The time we camped at the foot of the Rock we did not go into camp until after nightfall. Another man and I were placed on first guard around the grazing cattle. After being out some time, we were startled by something dropping, zip! zip! into the grass around us and near us. We thought it was Indians shooting at us with arrows. There were all sorts of rumors of attacks from Indians, and this certainly was a great Indian camping ground and country, so we were greatly alarmed and continually on the lookout, expecting at any time to be attacked. We finally concluded to go to camp and notify the wagon boss. He came back with us and for a long time believed that Indians were shooting at us, but the question was, where were they concealed? The mystery was finally solved. The peculiar sound was made by the little birds called sky-larks, flying up and alighting, striking the earth with such force that the noise seemed like that produced by the fall of an arrow or of a stone. The skylarks and meadow larks sang at all hours of the night on the plains.
The great Pawnee Rock has found its way into the history of the west. Around its rugged base was many a desperate battle fought and won; and many a mystic rite, performed within its shadow, has stamped upon the grand old mass the wierd and tragic nature of the children of the plains.
It was in the immediate vicinity of the rock that I
inadvertently started one of the most disastrous stampedes in the history of the plains.
In the fall of 1862 I was going back east with one of Major Russell's and Waddell's large ox teams. I think we had thirty or forty wagons, with six yoke of oxen to the wagon. Our wagons were strung five or six together and one team of six yoke cattle attached to each string. It was the latter part of November, and we were traveling along the Arkansas River bottom about ten miles west of where Great Bend is now located. It was a very hot afternoon, more like summer than winter-one of those warm spells that we frequently have in the late fall on the plains. I was driving the cavayado (cave-yard--that is, the loose cattle). The Mexicans always drove their cavayado in front of their trains, while the Americans invariably drove theirs behind. I had on a heavy linsey woolsey coat, manufactured from the loom in Missouri lined with yellow stuff, and the sleeves lined with red; and, as I said, it was very warm; so I pulled off my jacket, or coat, and in pulling it off turned it inside out. We had an old ox named Dan, a big, old fellow with rather large horns, and so gentle we used him as a horse in crossing streams, when the boys often mounted him and rode across. Dan was always lagging behind, and this day more than usual, on account of the heat. The idea struck me to make him carry the coat. I caught him and by dint of a little stretching placed the sleeves over his horns and let the coat flap down in front.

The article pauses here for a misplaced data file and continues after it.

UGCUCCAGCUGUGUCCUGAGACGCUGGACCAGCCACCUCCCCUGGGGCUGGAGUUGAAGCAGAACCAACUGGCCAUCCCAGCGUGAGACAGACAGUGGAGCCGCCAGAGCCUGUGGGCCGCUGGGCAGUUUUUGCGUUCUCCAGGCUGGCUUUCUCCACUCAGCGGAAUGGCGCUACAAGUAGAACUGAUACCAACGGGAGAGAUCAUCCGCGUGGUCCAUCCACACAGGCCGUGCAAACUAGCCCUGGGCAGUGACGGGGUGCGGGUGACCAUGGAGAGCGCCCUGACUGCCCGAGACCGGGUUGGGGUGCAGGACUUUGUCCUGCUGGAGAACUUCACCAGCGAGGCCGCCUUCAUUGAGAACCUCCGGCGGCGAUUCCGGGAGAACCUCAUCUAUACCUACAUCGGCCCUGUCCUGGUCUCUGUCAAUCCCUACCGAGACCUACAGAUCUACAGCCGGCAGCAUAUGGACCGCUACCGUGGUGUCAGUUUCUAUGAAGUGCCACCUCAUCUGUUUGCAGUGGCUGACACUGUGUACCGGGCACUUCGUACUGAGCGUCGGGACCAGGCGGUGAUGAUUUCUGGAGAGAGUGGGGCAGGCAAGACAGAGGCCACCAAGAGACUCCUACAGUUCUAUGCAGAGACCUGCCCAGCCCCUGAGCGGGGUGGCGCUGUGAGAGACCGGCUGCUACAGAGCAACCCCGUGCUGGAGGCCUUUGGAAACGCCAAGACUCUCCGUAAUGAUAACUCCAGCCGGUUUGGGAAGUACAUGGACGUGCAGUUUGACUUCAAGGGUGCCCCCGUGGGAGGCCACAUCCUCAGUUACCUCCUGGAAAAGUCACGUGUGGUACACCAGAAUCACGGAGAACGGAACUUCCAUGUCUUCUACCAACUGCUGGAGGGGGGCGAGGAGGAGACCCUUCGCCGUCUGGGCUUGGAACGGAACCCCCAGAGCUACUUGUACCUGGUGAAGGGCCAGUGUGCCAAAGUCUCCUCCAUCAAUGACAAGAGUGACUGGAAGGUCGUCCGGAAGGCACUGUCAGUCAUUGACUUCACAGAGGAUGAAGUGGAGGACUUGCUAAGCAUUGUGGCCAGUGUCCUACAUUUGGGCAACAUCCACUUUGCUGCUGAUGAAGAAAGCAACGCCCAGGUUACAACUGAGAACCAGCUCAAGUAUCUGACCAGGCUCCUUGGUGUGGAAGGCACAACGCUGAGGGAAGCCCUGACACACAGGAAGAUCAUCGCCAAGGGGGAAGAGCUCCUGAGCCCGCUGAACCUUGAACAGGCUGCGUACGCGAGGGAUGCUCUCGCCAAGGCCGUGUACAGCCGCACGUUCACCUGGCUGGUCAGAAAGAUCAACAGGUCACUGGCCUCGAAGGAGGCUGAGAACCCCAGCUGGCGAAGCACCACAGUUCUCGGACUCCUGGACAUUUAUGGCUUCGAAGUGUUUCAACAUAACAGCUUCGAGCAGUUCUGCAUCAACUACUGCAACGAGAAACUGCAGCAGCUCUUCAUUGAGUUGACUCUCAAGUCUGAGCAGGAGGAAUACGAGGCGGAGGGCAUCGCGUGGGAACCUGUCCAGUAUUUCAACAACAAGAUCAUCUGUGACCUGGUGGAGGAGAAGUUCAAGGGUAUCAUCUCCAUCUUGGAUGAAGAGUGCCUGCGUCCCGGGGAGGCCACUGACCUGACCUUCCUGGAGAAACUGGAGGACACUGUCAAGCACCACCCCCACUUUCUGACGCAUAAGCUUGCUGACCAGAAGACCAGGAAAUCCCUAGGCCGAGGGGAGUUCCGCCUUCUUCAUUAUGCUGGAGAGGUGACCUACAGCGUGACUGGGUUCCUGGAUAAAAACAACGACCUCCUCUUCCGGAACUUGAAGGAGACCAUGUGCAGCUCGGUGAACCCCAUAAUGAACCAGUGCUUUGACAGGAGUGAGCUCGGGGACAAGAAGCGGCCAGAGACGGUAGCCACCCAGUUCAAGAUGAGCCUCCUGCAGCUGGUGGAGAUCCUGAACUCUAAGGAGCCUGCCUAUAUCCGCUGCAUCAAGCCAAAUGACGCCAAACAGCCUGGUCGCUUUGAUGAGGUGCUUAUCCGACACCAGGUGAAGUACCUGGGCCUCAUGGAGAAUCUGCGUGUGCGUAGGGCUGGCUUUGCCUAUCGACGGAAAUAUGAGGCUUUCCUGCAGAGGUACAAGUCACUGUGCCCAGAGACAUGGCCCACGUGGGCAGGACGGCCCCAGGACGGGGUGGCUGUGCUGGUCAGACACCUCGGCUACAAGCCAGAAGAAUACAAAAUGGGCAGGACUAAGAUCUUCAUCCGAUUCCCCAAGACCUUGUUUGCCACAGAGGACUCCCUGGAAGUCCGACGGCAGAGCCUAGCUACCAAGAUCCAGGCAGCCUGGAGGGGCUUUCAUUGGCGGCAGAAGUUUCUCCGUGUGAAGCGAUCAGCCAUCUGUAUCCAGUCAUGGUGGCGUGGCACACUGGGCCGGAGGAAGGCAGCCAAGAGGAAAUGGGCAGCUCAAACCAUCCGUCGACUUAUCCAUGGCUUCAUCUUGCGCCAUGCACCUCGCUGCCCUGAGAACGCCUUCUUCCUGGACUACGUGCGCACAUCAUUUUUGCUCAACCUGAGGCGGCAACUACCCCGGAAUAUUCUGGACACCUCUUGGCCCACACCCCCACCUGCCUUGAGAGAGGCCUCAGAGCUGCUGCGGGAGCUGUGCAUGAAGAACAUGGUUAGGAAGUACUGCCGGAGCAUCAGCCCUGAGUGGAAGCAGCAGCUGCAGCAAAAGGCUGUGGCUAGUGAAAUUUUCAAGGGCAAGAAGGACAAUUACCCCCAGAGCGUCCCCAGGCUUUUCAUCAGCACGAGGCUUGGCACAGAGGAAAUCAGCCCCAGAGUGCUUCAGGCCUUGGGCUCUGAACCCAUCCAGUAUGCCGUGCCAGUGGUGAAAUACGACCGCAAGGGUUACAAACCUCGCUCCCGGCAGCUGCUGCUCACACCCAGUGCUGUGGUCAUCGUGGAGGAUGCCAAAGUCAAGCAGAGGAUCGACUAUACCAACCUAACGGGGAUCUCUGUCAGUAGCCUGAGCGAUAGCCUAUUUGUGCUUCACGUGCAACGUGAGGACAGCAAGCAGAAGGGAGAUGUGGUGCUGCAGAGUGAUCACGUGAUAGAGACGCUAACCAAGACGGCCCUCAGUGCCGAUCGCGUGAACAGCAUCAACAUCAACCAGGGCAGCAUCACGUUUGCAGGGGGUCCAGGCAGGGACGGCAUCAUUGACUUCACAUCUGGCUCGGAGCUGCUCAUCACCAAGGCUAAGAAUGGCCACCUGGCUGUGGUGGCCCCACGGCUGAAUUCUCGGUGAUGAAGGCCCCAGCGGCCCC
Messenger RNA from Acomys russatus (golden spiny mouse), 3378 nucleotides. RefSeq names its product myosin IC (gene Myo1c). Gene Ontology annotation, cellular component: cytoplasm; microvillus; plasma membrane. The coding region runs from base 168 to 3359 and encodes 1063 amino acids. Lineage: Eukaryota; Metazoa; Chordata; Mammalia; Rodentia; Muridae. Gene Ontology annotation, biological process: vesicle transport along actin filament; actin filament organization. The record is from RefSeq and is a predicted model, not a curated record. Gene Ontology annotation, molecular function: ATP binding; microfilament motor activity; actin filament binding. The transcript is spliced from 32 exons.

I hardly realized what I had done until I took a front view of him. He presented a ludicrous appearance, with his great horns covered with red and the yellow coat flapping down over his face. He trudged along unconscious of the appearance he presented. I hurried him along by repeated punches with my carajo pole, for in dressing him up he had gotten behind. I could not but laugh at the ludicrous sight, but my laughter was soon turned to regret, for no sooner did old Dan make his ap-
pearance among the other cattle than a young steer bawled out in the steer language, as plain as good English, "Great Scott! what monstrosity is this coming among us to destroy us?" and with one long, loud, beseeching bawl, put all the distance possible between himself and the terror behind him. All his brothers followed his example, each one seeing how much louder he could bawl than his neighbor, and each one trying to outrun the rest. I thought to myself, "Great guns! what have I done now!" I quickly and quietly stepped up to old Dan, fearing that he too might get away, and with the evidence of my guilt, took from his horns and head what had created one of the greatest stampedes ever seen on the plains, and placed it on my back where it belonged. In the meantime the loose cattle had caught up with the wagons, and those attached to the vehicles took fright and tried to keep up with the cavayado. In spite of all the drivers could do, they lost control of them, and away they went, making a thundering noise. One could see nothing but a big cloud of dust. The ground seemed to tremble.
Nothing was left but Dan and me after the dust subsided, and I poked him along with my carajo pole as fast as possible, for I was anxious to find out what damage was done. We traveled miles and miles, and it seemed hours and hours, at last espying the wagon boss still riding like mad. When he came up he said: "What caused the stampede of the cavayado?" I replied that I could not tell, unless it was a wolf that ran across the road in front of the cattle, when they took fright and away they went, all except old Dan, and I held him, thinking I would save all I could out of the wreck. There stood old Dan, a mute witness to my lies. Indeed, I thought at times he gave me a sly wink, as much as to say: "You lie out of it well, but I am ashamed of you." I thought that God was merciful in not giving this dumb animal speech, for if He had they certainly would have hung me. As it was, the wagon boss remarked: "I know it was the cussed